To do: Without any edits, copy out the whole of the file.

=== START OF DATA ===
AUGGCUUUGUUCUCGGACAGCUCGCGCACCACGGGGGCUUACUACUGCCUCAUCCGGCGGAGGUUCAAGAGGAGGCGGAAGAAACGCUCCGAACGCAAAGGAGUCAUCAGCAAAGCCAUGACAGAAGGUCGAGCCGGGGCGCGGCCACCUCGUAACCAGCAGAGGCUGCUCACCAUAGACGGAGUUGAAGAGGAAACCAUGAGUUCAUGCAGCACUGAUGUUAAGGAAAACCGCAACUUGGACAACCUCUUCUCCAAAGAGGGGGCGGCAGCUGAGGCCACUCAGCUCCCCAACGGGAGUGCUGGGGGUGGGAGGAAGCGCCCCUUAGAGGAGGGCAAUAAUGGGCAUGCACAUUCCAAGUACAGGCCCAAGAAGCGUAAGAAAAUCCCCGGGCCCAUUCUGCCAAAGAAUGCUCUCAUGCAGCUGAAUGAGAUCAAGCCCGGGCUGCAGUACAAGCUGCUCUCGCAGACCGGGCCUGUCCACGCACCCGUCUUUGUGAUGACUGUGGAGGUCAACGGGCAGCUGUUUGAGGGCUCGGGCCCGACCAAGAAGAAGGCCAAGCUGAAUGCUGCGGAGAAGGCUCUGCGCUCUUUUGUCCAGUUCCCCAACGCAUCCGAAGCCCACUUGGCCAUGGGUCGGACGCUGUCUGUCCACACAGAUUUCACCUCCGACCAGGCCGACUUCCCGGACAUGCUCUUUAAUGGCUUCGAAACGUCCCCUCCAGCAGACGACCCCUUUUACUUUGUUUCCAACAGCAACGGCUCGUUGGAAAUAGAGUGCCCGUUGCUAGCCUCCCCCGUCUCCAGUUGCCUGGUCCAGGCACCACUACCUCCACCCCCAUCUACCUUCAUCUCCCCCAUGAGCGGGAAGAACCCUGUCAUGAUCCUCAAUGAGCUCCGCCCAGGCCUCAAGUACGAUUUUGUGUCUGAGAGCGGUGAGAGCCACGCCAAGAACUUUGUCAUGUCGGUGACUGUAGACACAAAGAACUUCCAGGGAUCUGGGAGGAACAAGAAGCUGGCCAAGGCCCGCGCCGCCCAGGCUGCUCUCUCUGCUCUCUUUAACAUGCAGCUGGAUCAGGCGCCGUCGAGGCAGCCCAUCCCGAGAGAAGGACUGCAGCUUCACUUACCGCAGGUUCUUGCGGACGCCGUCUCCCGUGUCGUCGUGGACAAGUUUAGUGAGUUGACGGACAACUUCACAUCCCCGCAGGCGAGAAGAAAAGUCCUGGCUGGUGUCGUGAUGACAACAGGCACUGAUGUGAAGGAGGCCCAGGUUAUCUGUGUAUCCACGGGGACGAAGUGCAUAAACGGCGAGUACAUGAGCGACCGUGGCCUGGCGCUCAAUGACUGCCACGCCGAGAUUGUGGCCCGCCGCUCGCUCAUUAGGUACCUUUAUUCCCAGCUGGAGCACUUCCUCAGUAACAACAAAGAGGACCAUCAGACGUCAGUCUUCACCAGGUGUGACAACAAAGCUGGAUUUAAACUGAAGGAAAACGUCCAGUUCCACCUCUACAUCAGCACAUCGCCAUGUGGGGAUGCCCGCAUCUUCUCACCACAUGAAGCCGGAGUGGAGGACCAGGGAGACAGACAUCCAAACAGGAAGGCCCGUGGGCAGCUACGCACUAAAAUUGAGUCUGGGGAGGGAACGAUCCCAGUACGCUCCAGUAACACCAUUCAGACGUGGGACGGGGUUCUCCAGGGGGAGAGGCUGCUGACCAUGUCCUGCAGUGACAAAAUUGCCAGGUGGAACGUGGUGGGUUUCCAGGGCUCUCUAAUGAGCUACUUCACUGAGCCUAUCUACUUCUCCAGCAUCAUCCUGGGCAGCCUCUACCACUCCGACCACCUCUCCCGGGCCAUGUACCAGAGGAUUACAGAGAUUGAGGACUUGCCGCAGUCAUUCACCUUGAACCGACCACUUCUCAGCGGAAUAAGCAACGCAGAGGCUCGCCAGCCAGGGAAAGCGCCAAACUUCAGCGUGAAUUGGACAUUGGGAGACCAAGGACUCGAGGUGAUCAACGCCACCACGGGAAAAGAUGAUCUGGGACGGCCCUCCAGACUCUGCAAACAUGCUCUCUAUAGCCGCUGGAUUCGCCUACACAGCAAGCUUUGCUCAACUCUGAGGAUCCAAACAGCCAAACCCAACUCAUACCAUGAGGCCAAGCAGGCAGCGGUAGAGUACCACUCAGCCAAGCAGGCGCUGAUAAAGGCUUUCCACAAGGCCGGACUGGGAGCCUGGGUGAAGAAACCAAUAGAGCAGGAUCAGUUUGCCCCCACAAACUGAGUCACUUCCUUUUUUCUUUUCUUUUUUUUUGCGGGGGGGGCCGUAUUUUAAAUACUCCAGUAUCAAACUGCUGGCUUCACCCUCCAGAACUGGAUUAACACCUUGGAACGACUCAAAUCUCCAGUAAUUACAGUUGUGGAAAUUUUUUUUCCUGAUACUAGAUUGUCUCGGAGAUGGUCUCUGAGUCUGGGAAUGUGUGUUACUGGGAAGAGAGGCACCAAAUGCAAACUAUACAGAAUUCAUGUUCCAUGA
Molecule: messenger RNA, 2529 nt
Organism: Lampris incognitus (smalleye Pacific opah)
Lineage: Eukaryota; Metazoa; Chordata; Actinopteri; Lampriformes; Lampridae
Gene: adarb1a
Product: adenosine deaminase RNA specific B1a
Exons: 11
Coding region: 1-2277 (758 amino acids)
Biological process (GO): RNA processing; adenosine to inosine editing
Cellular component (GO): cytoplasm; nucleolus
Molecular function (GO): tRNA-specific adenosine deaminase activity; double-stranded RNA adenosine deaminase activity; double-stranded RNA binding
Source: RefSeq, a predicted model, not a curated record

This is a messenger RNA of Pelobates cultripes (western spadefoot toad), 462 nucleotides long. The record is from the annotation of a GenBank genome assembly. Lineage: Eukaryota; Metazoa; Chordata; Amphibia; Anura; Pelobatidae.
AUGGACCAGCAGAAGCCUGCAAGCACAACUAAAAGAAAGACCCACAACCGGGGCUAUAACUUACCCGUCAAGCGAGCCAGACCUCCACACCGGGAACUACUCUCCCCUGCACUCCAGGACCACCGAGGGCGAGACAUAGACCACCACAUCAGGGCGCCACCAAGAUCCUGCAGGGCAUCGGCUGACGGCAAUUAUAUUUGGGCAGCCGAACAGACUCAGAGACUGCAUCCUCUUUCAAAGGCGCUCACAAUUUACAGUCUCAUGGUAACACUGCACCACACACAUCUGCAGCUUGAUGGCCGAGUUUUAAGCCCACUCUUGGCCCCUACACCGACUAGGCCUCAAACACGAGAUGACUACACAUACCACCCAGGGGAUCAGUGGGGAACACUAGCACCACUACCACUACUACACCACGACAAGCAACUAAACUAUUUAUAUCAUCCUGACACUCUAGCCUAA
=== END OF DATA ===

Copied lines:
AUGGCUUUGUUCUCGGACAGCUCGCGCACCACGGGGGCUUACUACUGCCUCAUCCGGCGGAGGUUCAAGAGGAGGCGGAAGAAACGCUCCGAACGCAAAGGAGUCAUCAGCAAAGCCAUGACAGAAGGUCGAGCCGGGGCGCGGCCACCUCGUAACCAGCAGAGGCUGCUCACCAUAGACGGAGUUGAAGAGGAAACCAUGAGUUCAUGCAGCACUGAUGUUAAGGAAAACCGCAACUUGGACAACCUCUUCUCCAAAGAGGGGGCGGCAGCUGAGGCCACUCAGCUCCCCAACGGGAGUGCUGGGGGUGGGAGGAAGCGCCCCUUAGAGGAGGGCAAUAAUGGGCAUGCACAUUCCAAGUACAGGCCCAAGAAGCGUAAGAAAAUCCCCGGGCCCAUUCUGCCAAAGAAUGCUCUCAUGCAGCUGAAUGAGAUCAAGCCCGGGCUGCAGUACAAGCUGCUCUCGCAGACCGGGCCUGUCCACGCACCCGUCUUUGUGAUGACUGUGGAGGUCAACGGGCAGCUGUUUGAGGGCUCGGGCCCGACCAAGAAGAAGGCCAAGCUGAAUGCUGCGGAGAAGGCUCUGCGCUCUUUUGUCCAGUUCCCCAACGCAUCCGAAGCCCACUUGGCCAUGGGUCGGACGCUGUCUGUCCACACAGAUUUCACCUCCGACCAGGCCGACUUCCCGGACAUGCUCUUUAAUGGCUUCGAAACGUCCCCUCCAGCAGACGACCCCUUUUACUUUGUUUCCAACAGCAACGGCUCGUUGGAAAUAGAGUGCCCGUUGCUAGCCUCCCCCGUCUCCAGUUGCCUGGUCCAGGCACCACUACCUCCACCCCCAUCUACCUUCAUCUCCCCCAUGAGCGGGAAGAACCCUGUCAUGAUCCUCAAUGAGCUCCGCCCAGGCCUCAAGUACGAUUUUGUGUCUGAGAGCGGUGAGAGCCACGCCAAGAACUUUGUCAUGUCGGUGACUGUAGACACAAAGAACUUCCAGGGAUCUGGGAGGAACAAGAAGCUGGCCAAGGCCCGCGCCGCCCAGGCUGCUCUCUCUGCUCUCUUUAACAUGCAGCUGGAUCAGGCGCCGUCGAGGCAGCCCAUCCCGAGAGAAGGACUGCAGCUUCACUUACCGCAGGUUCUUGCGGACGCCGUCUCCCGUGUCGUCGUGGACAAGUUUAGUGAGUUGACGGACAACUUCACAUCCCCGCAGGCGAGAAGAAAAGUCCUGGCUGGUGUCGUGAUGACAACAGGCACUGAUGUGAAGGAGGCCCAGGUUAUCUGUGUAUCCACGGGGACGAAGUGCAUAAACGGCGAGUACAUGAGCGACCGUGGCCUGGCGCUCAAUGACUGCCACGCCGAGAUUGUGGCCCGCCGCUCGCUCAUUAGGUACCUUUAUUCCCAGCUGGAGCACUUCCUCAGUAACAACAAAGAGGACCAUCAGACGUCAGUCUUCACCAGGUGUGACAACAAAGCUGGAUUUAAACUGAAGGAAAACGUCCAGUUCCACCUCUACAUCAGCACAUCGCCAUGUGGGGAUGCCCGCAUCUUCUCACCACAUGAAGCCGGAGUGGAGGACCAGGGAGACAGACAUCCAAACAGGAAGGCCCGUGGGCAGCUACGCACUAAAAUUGAGUCUGGGGAGGGAACGAUCCCAGUACGCUCCAGUAACACCAUUCAGACGUGGGACGGGGUUCUCCAGGGGGAGAGGCUGCUGACCAUGUCCUGCAGUGACAAAAUUGCCAGGUGGAACGUGGUGGGUUUCCAGGGCUCUCUAAUGAGCUACUUCACUGAGCCUAUCUACUUCUCCAGCAUCAUCCUGGGCAGCCUCUACCACUCCGACCACCUCUCCCGGGCCAUGUACCAGAGGAUUACAGAGAUUGAGGACUUGCCGCAGUCAUUCACCUUGAACCGACCACUUCUCAGCGGAAUAAGCAACGCAGAGGCUCGCCAGCCAGGGAAAGCGCCAAACUUCAGCGUGAAUUGGACAUUGGGAGACCAAGGACUCGAGGUGAUCAACGCCACCACGGGAAAAGAUGAUCUGGGACGGCCCUCCAGACUCUGCAAACAUGCUCUCUAUAGCCGCUGGAUUCGCCUACACAGCAAGCUUUGCUCAACUCUGAGGAUCCAAACAGCCAAACCCAACUCAUACCAUGAGGCCAAGCAGGCAGCGGUAGAGUACCACUCAGCCAAGCAGGCGCUGAUAAAGGCUUUCCACAAGGCCGGACUGGGAGCCUGGGUGAAGAAACCAAUAGAGCAGGAUCAGUUUGCCCCCACAAACUGAGUCACUUCCUUUUUUCUUUUCUUUUUUUUUGCGGGGGGGGCCGUAUUUUAAAUACUCCAGUAUCAAACUGCUGGCUUCACCCUCCAGAACUGGAUUAACACCUUGGAACGACUCAAAUCUCCAGUAAUUACAGUUGUGGAAAUUUUUUUUCCUGAUACUAGAUUGUCUCGGAGAUGGUCUCUGAGUCUGGGAAUGUGUGUUACUGGGAAGAGAGGCACCAAAUGCAAACUAUACAGAAUUCAUGUUCCAUGA
Molecule: messenger RNA, 2529 nt
Organism: Lampris incognitus (smalleye Pacific opah)
Lineage: Eukaryota; Metazoa; Chordata; Actinopteri; Lampriformes; Lampridae
Gene: adarb1a
Product: adenosine deaminase RNA specific B1a
Exons: 11
Coding region: 1-2277 (758 amino acids)
Biological process (GO): RNA processing; adenosine to inosine editing
Cellular component (GO): cytoplasm; nucleolus
Molecular function (GO): tRNA-specific adenosine deaminase activity; double-stranded RNA adenosine deaminase activity; double-stranded RNA binding
Source: RefSeq, a predicted model, not a curated record

This is a messenger RNA of Pelobates cultripes (western spadefoot toad), 462 nucleotides long. The record is from the annotation of a GenBank genome assembly. Lineage: Eukaryota; Metazoa; Chordata; Amphibia; Anura; Pelobatidae.
AUGGACCAGCAGAAGCCUGCAAGCACAACUAAAAGAAAGACCCACAACCGGGGCUAUAACUUACCCGUCAAGCGAGCCAGACCUCCACACCGGGAACUACUCUCCCCUGCACUCCAGGACCACCGAGGGCGAGACAUAGACCACCACAUCAGGGCGCCACCAAGAUCCUGCAGGGCAUCGGCUGACGGCAAUUAUAUUUGGGCAGCCGAACAGACUCAGAGACUGCAUCCUCUUUCAAAGGCGCUCACAAUUUACAGUCUCAUGGUAACACUGCACCACACACAUCUGCAGCUUGAUGGCCGAGUUUUAAGCCCACUCUUGGCCCCUACACCGACUAGGCCUCAAACACGAGAUGACUACACAUACCACCCAGGGGAUCAGUGGGGAACACUAGCACCACUACCACUACUACACCACGACAAGCAACUAAACUAUUUAUAUCAUCCUGACACUCUAGCCUAA